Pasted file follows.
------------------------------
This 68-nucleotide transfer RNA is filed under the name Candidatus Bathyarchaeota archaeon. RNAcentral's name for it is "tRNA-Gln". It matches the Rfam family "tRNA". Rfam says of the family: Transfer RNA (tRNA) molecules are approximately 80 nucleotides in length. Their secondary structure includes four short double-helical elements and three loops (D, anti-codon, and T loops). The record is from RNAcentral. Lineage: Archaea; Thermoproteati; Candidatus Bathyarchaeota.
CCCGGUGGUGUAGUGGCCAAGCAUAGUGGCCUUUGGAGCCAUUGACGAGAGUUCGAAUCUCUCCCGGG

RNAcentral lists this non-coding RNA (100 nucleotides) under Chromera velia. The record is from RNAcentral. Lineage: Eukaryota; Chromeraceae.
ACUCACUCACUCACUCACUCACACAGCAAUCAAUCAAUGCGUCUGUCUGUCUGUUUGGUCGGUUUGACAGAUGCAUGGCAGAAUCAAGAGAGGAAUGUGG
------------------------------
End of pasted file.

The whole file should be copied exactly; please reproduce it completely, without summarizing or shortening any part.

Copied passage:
This 68-nucleotide transfer RNA is filed under the name Candidatus Bathyarchaeota archaeon. RNAcentral's name for it is "tRNA-Gln". It matches the Rfam family "tRNA". Rfam says of the family: Transfer RNA (tRNA) molecules are approximately 80 nucleotides in length. Their secondary structure includes four short double-helical elements and three loops (D, anti-codon, and T loops). The record is from RNAcentral. Lineage: Archaea; Thermoproteati; Candidatus Bathyarchaeota.
CCCGGUGGUGUAGUGGCCAAGCAUAGUGGCCUUUGGAGCCAUUGACGAGAGUUCGAAUCUCUCCCGGG

RNAcentral lists this non-coding RNA (100 nucleotides) under Chromera velia. The record is from RNAcentral. Lineage: Eukaryota; Chromeraceae.
ACUCACUCACUCACUCACUCACACAGCAAUCAAUCAAUGCGUCUGUCUGUCUGUUUGGUCGGUUUGACAGAUGCAUGGCAGAAUCAAGAGAGGAAUGUGG